It's a common refrain in investment circles these days.
Carbon may be a dynamic new investment opportunity but the classic risk/reward dynamic still applies--even with game-changing, cap-and-trade legislation on the horizon.
“Capital in the U.S. is beginning to be mobilized into carbon funds, ready to be deployed once the President signs into law the requisite legislation,” wrote Environmental Finance editor Mark Nicholls, in his firm’s just-released 2009/2010 carbon fund survey.
The survey counts 89 carbon-related investment vehicles with assets under management of $16 billion. That's ten more funds and $3 billion more in capital than a year ago.
Though private equity and hedge funds have already begun placing their bets in the carbon space, its unclear at this point whether the old investment models are best suited to play a market that could hit $2 trillion in a few years times.
At this point. private funds are “emerging as the method of choice” for access, says Scott Furman, head of the environmental law group at the New York-based firm of Tannenbaum Helpern Syracuse and Hirschtritt, because it "enables the investor to share risk, diversify and rely on professional management,” he says.
The ideal carbon fund structure, however, may borrow some aspects from both private equity and hedge funds, creating a hybrid that could require some rethinking of asset allocation models that typically divide alternatives managers into private equity, real estate or hedge fund portfolios.
Because of the way carbon offsets projects are developed, most investors now approach carbon from a project finance perspective—often a private equity approach, with the closest model being a closed-end partnership to develop oil fields—versus creating a fund buying and trading the carbon commodity itself, a more typical hedge fund strategy.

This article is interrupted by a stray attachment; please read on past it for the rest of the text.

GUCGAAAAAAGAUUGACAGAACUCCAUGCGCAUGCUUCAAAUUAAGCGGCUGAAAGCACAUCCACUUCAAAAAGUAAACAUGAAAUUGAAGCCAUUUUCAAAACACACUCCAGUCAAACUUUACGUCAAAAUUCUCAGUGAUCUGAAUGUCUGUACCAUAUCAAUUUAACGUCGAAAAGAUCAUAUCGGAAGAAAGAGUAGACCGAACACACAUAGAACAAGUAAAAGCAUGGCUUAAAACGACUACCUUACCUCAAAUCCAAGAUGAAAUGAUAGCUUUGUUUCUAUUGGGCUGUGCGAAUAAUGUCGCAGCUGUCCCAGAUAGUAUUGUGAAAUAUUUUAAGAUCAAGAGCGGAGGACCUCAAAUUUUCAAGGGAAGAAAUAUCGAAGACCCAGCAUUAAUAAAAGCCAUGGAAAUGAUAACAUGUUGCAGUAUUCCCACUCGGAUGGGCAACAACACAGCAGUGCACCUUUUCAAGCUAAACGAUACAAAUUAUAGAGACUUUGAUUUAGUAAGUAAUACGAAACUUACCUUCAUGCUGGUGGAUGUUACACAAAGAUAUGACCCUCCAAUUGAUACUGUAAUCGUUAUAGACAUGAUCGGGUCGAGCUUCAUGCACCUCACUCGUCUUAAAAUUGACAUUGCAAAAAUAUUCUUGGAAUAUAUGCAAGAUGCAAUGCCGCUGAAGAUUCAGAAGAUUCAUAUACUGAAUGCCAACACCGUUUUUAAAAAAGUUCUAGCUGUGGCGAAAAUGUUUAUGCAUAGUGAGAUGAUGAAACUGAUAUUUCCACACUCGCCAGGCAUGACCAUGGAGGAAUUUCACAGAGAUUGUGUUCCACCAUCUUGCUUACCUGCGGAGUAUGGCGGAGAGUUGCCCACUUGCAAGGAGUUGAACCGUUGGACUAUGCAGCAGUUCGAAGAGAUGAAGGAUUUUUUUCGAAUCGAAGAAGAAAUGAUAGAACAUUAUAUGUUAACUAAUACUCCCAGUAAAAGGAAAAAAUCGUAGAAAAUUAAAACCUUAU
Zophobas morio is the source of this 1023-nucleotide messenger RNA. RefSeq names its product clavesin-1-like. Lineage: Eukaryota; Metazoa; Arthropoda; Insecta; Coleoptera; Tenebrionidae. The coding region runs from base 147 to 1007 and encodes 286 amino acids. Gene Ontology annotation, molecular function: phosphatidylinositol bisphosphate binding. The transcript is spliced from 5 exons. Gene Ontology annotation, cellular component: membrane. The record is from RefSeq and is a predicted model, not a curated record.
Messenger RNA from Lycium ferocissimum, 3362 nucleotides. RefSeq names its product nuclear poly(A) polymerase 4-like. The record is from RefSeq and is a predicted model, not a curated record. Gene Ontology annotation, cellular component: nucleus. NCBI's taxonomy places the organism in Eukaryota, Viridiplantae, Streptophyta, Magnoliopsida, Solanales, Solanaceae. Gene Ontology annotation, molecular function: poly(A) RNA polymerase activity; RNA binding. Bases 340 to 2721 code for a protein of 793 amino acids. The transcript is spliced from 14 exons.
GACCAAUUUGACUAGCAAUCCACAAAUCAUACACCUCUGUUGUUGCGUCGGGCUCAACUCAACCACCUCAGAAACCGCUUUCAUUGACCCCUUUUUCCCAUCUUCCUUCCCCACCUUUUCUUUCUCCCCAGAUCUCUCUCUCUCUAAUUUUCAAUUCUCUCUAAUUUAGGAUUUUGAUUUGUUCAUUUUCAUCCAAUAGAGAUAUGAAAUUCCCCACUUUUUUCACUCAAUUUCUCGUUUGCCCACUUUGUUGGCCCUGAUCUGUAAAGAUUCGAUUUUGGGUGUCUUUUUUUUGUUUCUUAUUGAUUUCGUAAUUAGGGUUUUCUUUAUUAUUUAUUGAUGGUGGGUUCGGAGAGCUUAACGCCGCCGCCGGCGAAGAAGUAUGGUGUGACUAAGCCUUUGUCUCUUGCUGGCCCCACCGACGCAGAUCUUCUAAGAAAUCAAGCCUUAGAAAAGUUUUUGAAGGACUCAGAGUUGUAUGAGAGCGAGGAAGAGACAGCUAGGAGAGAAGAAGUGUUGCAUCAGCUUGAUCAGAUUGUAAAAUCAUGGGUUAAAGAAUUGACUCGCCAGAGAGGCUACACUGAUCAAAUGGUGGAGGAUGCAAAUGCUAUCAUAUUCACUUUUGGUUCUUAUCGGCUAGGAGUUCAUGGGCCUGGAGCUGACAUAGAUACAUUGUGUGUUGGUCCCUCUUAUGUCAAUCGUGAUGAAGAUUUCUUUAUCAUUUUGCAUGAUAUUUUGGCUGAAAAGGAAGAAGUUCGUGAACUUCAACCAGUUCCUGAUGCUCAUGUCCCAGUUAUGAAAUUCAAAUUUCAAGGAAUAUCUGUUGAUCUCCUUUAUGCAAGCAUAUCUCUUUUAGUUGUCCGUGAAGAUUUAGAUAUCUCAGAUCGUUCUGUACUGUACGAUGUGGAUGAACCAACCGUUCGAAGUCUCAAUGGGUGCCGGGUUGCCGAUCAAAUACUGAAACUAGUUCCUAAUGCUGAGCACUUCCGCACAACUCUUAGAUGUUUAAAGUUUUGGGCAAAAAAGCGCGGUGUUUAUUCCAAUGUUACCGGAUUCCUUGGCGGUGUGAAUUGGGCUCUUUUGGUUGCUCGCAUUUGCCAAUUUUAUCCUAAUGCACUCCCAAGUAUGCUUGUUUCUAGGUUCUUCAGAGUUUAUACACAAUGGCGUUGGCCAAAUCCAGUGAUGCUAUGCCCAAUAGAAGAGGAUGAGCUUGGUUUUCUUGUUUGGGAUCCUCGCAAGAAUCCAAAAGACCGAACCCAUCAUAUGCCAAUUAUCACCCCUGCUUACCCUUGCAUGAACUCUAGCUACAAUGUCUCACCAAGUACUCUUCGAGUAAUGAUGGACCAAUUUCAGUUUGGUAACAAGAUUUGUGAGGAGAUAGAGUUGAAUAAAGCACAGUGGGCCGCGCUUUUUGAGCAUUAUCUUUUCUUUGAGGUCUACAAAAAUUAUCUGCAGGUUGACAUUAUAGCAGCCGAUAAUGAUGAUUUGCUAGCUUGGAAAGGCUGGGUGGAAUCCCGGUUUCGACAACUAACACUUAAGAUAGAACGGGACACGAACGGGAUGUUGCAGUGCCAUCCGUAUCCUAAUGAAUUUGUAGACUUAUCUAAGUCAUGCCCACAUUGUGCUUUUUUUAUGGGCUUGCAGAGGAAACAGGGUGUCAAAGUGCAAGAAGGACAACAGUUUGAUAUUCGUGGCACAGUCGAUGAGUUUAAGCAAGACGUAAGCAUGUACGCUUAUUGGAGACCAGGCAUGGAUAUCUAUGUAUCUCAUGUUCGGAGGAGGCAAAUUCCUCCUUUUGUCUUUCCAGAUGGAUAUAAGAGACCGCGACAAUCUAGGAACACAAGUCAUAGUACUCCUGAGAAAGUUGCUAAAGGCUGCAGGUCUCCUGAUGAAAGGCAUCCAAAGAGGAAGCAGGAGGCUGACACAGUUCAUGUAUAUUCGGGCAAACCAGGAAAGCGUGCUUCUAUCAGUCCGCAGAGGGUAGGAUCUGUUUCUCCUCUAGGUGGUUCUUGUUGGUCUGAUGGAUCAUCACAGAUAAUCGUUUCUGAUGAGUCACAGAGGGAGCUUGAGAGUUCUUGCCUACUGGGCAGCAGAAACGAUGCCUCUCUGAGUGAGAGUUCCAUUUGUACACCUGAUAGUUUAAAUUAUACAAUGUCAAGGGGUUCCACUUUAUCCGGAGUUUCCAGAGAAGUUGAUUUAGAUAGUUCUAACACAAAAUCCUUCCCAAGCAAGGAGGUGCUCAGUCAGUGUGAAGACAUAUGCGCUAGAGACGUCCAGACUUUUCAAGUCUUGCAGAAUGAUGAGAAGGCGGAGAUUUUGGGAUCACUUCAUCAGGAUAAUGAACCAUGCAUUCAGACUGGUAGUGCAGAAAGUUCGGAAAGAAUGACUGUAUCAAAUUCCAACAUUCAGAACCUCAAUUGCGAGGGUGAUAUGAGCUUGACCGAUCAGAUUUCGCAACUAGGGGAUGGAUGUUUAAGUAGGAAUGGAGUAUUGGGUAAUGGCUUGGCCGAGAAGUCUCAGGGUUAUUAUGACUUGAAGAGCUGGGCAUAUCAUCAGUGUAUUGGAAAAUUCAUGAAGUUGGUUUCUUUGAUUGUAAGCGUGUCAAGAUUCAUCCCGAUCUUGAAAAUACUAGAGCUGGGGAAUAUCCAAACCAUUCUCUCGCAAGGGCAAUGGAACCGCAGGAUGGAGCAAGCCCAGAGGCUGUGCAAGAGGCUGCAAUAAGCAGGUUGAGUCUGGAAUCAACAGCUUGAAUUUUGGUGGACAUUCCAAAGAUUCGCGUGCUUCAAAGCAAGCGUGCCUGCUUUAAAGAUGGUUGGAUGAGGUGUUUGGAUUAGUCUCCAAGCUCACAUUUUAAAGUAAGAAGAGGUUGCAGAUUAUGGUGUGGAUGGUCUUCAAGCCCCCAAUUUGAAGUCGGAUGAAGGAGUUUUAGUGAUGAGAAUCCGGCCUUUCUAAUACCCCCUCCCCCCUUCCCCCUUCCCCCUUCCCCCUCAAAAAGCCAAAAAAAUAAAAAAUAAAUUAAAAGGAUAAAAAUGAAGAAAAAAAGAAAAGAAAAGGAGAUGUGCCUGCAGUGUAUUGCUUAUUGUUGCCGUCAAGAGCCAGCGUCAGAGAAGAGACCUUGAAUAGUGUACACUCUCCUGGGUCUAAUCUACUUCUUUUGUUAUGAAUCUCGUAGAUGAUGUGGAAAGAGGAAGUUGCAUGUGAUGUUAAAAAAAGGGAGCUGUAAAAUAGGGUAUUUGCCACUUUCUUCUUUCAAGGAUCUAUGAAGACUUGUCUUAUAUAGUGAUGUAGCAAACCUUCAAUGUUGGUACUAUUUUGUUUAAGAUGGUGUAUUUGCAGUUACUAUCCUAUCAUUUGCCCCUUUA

For example, a project financing pool may approach a dairy farmer, help him build and manage an anaerobic digester to capture methane from his herd’s manure and turn that methane into green energy. The farmer sells the power to a utility for profit and generates carbon offsets as an additional revenue stream in the process.
Adding more farmers creates a portfolio of carbon offsets projects and the resulting carbon credits could then be traded.
Greg Arnold, managing partner at CE2 Capital Partners, says his firm now does both of these things, although not through one investment vehicle.
Founded in 2005, the firm’s first funds focused on environmental commodities, including European Union Emissions Trading Scheme carbon credits, renewable energy certificates produced by clean energy generation in many US states and carbon credits from a regional greenhouse gas organization, as well as nitrogen- and sulfur-oxide-related credits under the old acid rain mitigation cap-and-trade program.
“In these funds, we looked at everything that was investable,” he says.
But in their latest vehicle, CE2 Carbon Capital LLC, Arnold says they’re taking an asset management approach. “It’s a perpetual investment vehicle,” he says, adding that it’s not really a fund in the usual sense. “Think of it as an ‘extremely long-dated hedge fund."